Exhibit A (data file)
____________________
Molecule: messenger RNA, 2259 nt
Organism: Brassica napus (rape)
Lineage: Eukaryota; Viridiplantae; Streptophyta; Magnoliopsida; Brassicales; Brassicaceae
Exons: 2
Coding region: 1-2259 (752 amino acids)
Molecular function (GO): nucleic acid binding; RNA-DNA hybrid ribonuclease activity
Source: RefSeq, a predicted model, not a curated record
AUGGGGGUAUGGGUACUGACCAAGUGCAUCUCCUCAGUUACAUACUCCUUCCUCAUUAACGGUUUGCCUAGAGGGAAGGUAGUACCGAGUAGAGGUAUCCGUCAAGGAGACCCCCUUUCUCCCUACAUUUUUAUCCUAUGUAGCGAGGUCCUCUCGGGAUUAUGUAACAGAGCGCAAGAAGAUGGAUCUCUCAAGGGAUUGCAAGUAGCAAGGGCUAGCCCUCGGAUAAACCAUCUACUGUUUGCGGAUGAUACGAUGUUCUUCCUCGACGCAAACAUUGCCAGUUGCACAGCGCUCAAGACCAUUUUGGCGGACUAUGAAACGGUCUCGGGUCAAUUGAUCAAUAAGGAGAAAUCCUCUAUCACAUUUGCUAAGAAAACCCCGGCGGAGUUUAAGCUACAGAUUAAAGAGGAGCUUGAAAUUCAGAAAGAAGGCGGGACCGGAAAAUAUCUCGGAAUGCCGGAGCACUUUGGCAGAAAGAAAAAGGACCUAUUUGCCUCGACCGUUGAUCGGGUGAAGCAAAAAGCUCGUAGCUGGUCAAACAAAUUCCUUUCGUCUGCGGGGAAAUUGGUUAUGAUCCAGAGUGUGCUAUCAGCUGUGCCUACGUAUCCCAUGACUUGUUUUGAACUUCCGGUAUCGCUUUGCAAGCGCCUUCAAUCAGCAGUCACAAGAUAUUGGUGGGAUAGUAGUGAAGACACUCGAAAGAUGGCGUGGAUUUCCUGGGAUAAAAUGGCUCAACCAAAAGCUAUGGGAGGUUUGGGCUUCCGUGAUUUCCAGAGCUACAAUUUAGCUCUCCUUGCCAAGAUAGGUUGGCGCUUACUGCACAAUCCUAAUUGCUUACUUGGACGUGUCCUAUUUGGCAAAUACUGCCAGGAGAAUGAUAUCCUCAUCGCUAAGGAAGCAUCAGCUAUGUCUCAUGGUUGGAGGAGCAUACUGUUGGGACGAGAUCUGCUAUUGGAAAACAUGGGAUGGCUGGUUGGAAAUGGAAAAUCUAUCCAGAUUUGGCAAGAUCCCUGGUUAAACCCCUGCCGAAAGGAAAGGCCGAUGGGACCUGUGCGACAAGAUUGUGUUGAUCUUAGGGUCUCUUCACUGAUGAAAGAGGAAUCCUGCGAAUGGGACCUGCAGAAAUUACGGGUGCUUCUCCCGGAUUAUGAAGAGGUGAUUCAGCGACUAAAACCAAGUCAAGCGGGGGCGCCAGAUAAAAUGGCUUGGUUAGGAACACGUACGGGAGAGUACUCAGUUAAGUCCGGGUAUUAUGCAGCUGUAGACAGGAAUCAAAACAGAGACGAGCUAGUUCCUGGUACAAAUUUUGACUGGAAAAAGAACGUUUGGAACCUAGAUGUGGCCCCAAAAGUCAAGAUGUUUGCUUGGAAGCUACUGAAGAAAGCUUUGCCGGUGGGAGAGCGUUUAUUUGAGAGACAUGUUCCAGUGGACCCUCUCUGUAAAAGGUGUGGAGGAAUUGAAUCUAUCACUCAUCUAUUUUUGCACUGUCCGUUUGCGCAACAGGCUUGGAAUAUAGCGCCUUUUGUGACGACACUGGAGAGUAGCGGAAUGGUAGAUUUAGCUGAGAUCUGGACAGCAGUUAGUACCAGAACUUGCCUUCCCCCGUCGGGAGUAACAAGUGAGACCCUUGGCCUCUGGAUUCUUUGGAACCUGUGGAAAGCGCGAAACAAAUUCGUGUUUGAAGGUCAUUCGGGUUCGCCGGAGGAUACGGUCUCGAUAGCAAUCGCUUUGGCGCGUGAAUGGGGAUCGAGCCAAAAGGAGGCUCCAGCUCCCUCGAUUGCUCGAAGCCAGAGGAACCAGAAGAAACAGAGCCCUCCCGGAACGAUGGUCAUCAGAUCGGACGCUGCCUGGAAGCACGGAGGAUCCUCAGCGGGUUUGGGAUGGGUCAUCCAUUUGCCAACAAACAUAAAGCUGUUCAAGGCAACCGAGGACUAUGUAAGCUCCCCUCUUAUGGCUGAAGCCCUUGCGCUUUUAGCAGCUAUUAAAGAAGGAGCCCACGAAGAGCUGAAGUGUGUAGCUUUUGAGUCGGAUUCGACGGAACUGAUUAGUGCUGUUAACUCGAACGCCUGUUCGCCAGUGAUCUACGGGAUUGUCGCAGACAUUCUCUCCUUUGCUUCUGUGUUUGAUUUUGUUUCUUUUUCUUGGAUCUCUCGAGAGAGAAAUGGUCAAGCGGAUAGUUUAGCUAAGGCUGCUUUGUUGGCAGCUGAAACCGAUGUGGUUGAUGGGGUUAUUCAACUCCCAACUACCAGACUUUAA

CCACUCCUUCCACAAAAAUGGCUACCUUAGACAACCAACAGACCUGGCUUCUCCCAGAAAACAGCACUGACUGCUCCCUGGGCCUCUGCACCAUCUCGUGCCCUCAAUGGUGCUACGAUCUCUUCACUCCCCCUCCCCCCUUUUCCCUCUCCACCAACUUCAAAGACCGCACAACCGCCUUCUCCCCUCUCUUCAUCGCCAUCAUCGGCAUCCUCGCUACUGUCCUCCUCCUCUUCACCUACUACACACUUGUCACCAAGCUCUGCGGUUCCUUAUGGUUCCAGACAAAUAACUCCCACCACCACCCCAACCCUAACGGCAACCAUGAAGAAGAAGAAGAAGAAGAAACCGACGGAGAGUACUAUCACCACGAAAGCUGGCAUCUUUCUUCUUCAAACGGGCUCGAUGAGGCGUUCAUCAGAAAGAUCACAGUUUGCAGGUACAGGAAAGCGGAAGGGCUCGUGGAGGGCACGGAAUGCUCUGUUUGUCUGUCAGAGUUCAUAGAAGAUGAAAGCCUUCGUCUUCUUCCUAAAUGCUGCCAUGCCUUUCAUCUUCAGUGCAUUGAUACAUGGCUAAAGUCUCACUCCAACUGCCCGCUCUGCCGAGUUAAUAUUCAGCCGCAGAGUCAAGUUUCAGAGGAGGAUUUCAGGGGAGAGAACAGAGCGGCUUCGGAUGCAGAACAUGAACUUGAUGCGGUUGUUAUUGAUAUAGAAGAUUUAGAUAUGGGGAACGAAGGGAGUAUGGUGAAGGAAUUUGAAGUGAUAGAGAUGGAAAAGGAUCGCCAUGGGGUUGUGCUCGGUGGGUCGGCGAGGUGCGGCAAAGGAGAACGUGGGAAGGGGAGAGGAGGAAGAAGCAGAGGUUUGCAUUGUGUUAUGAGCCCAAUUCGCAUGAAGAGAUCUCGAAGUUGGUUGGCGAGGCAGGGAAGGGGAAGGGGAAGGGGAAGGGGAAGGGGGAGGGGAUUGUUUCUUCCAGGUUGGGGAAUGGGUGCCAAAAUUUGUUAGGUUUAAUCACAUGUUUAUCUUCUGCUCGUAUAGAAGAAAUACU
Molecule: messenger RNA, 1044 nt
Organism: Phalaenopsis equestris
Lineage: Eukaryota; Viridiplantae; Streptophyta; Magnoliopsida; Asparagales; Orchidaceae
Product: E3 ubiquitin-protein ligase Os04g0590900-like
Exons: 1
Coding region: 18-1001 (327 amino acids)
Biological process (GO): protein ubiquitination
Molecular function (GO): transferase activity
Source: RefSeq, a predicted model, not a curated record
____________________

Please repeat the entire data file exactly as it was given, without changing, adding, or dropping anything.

Molecule: messenger RNA, 2259 nt
Organism: Brassica napus (rape)
Lineage: Eukaryota; Viridiplantae; Streptophyta; Magnoliopsida; Brassicales; Brassicaceae
Exons: 2
Coding region: 1-2259 (752 amino acids)
Molecular function (GO): nucleic acid binding; RNA-DNA hybrid ribonuclease activity
Source: RefSeq, a predicted model, not a curated record
AUGGGGGUAUGGGUACUGACCAAGUGCAUCUCCUCAGUUACAUACUCCUUCCUCAUUAACGGUUUGCCUAGAGGGAAGGUAGUACCGAGUAGAGGUAUCCGUCAAGGAGACCCCCUUUCUCCCUACAUUUUUAUCCUAUGUAGCGAGGUCCUCUCGGGAUUAUGUAACAGAGCGCAAGAAGAUGGAUCUCUCAAGGGAUUGCAAGUAGCAAGGGCUAGCCCUCGGAUAAACCAUCUACUGUUUGCGGAUGAUACGAUGUUCUUCCUCGACGCAAACAUUGCCAGUUGCACAGCGCUCAAGACCAUUUUGGCGGACUAUGAAACGGUCUCGGGUCAAUUGAUCAAUAAGGAGAAAUCCUCUAUCACAUUUGCUAAGAAAACCCCGGCGGAGUUUAAGCUACAGAUUAAAGAGGAGCUUGAAAUUCAGAAAGAAGGCGGGACCGGAAAAUAUCUCGGAAUGCCGGAGCACUUUGGCAGAAAGAAAAAGGACCUAUUUGCCUCGACCGUUGAUCGGGUGAAGCAAAAAGCUCGUAGCUGGUCAAACAAAUUCCUUUCGUCUGCGGGGAAAUUGGUUAUGAUCCAGAGUGUGCUAUCAGCUGUGCCUACGUAUCCCAUGACUUGUUUUGAACUUCCGGUAUCGCUUUGCAAGCGCCUUCAAUCAGCAGUCACAAGAUAUUGGUGGGAUAGUAGUGAAGACACUCGAAAGAUGGCGUGGAUUUCCUGGGAUAAAAUGGCUCAACCAAAAGCUAUGGGAGGUUUGGGCUUCCGUGAUUUCCAGAGCUACAAUUUAGCUCUCCUUGCCAAGAUAGGUUGGCGCUUACUGCACAAUCCUAAUUGCUUACUUGGACGUGUCCUAUUUGGCAAAUACUGCCAGGAGAAUGAUAUCCUCAUCGCUAAGGAAGCAUCAGCUAUGUCUCAUGGUUGGAGGAGCAUACUGUUGGGACGAGAUCUGCUAUUGGAAAACAUGGGAUGGCUGGUUGGAAAUGGAAAAUCUAUCCAGAUUUGGCAAGAUCCCUGGUUAAACCCCUGCCGAAAGGAAAGGCCGAUGGGACCUGUGCGACAAGAUUGUGUUGAUCUUAGGGUCUCUUCACUGAUGAAAGAGGAAUCCUGCGAAUGGGACCUGCAGAAAUUACGGGUGCUUCUCCCGGAUUAUGAAGAGGUGAUUCAGCGACUAAAACCAAGUCAAGCGGGGGCGCCAGAUAAAAUGGCUUGGUUAGGAACACGUACGGGAGAGUACUCAGUUAAGUCCGGGUAUUAUGCAGCUGUAGACAGGAAUCAAAACAGAGACGAGCUAGUUCCUGGUACAAAUUUUGACUGGAAAAAGAACGUUUGGAACCUAGAUGUGGCCCCAAAAGUCAAGAUGUUUGCUUGGAAGCUACUGAAGAAAGCUUUGCCGGUGGGAGAGCGUUUAUUUGAGAGACAUGUUCCAGUGGACCCUCUCUGUAAAAGGUGUGGAGGAAUUGAAUCUAUCACUCAUCUAUUUUUGCACUGUCCGUUUGCGCAACAGGCUUGGAAUAUAGCGCCUUUUGUGACGACACUGGAGAGUAGCGGAAUGGUAGAUUUAGCUGAGAUCUGGACAGCAGUUAGUACCAGAACUUGCCUUCCCCCGUCGGGAGUAACAAGUGAGACCCUUGGCCUCUGGAUUCUUUGGAACCUGUGGAAAGCGCGAAACAAAUUCGUGUUUGAAGGUCAUUCGGGUUCGCCGGAGGAUACGGUCUCGAUAGCAAUCGCUUUGGCGCGUGAAUGGGGAUCGAGCCAAAAGGAGGCUCCAGCUCCCUCGAUUGCUCGAAGCCAGAGGAACCAGAAGAAACAGAGCCCUCCCGGAACGAUGGUCAUCAGAUCGGACGCUGCCUGGAAGCACGGAGGAUCCUCAGCGGGUUUGGGAUGGGUCAUCCAUUUGCCAACAAACAUAAAGCUGUUCAAGGCAACCGAGGACUAUGUAAGCUCCCCUCUUAUGGCUGAAGCCCUUGCGCUUUUAGCAGCUAUUAAAGAAGGAGCCCACGAAGAGCUGAAGUGUGUAGCUUUUGAGUCGGAUUCGACGGAACUGAUUAGUGCUGUUAACUCGAACGCCUGUUCGCCAGUGAUCUACGGGAUUGUCGCAGACAUUCUCUCCUUUGCUUCUGUGUUUGAUUUUGUUUCUUUUUCUUGGAUCUCUCGAGAGAGAAAUGGUCAAGCGGAUAGUUUAGCUAAGGCUGCUUUGUUGGCAGCUGAAACCGAUGUGGUUGAUGGGGUUAUUCAACUCCCAACUACCAGACUUUAA

CCACUCCUUCCACAAAAAUGGCUACCUUAGACAACCAACAGACCUGGCUUCUCCCAGAAAACAGCACUGACUGCUCCCUGGGCCUCUGCACCAUCUCGUGCCCUCAAUGGUGCUACGAUCUCUUCACUCCCCCUCCCCCCUUUUCCCUCUCCACCAACUUCAAAGACCGCACAACCGCCUUCUCCCCUCUCUUCAUCGCCAUCAUCGGCAUCCUCGCUACUGUCCUCCUCCUCUUCACCUACUACACACUUGUCACCAAGCUCUGCGGUUCCUUAUGGUUCCAGACAAAUAACUCCCACCACCACCCCAACCCUAACGGCAACCAUGAAGAAGAAGAAGAAGAAGAAACCGACGGAGAGUACUAUCACCACGAAAGCUGGCAUCUUUCUUCUUCAAACGGGCUCGAUGAGGCGUUCAUCAGAAAGAUCACAGUUUGCAGGUACAGGAAAGCGGAAGGGCUCGUGGAGGGCACGGAAUGCUCUGUUUGUCUGUCAGAGUUCAUAGAAGAUGAAAGCCUUCGUCUUCUUCCUAAAUGCUGCCAUGCCUUUCAUCUUCAGUGCAUUGAUACAUGGCUAAAGUCUCACUCCAACUGCCCGCUCUGCCGAGUUAAUAUUCAGCCGCAGAGUCAAGUUUCAGAGGAGGAUUUCAGGGGAGAGAACAGAGCGGCUUCGGAUGCAGAACAUGAACUUGAUGCGGUUGUUAUUGAUAUAGAAGAUUUAGAUAUGGGGAACGAAGGGAGUAUGGUGAAGGAAUUUGAAGUGAUAGAGAUGGAAAAGGAUCGCCAUGGGGUUGUGCUCGGUGGGUCGGCGAGGUGCGGCAAAGGAGAACGUGGGAAGGGGAGAGGAGGAAGAAGCAGAGGUUUGCAUUGUGUUAUGAGCCCAAUUCGCAUGAAGAGAUCUCGAAGUUGGUUGGCGAGGCAGGGAAGGGGAAGGGGAAGGGGAAGGGGAAGGGGGAGGGGAUUGUUUCUUCCAGGUUGGGGAAUGGGUGCCAAAAUUUGUUAGGUUUAAUCACAUGUUUAUCUUCUGCUCGUAUAGAAGAAAUACU
Molecule: messenger RNA, 1044 nt
Organism: Phalaenopsis equestris
Lineage: Eukaryota; Viridiplantae; Streptophyta; Magnoliopsida; Asparagales; Orchidaceae
Product: E3 ubiquitin-protein ligase Os04g0590900-like
Exons: 1
Coding region: 18-1001 (327 amino acids)
Biological process (GO): protein ubiquitination
Molecular function (GO): transferase activity
Source: RefSeq, a predicted model, not a curated record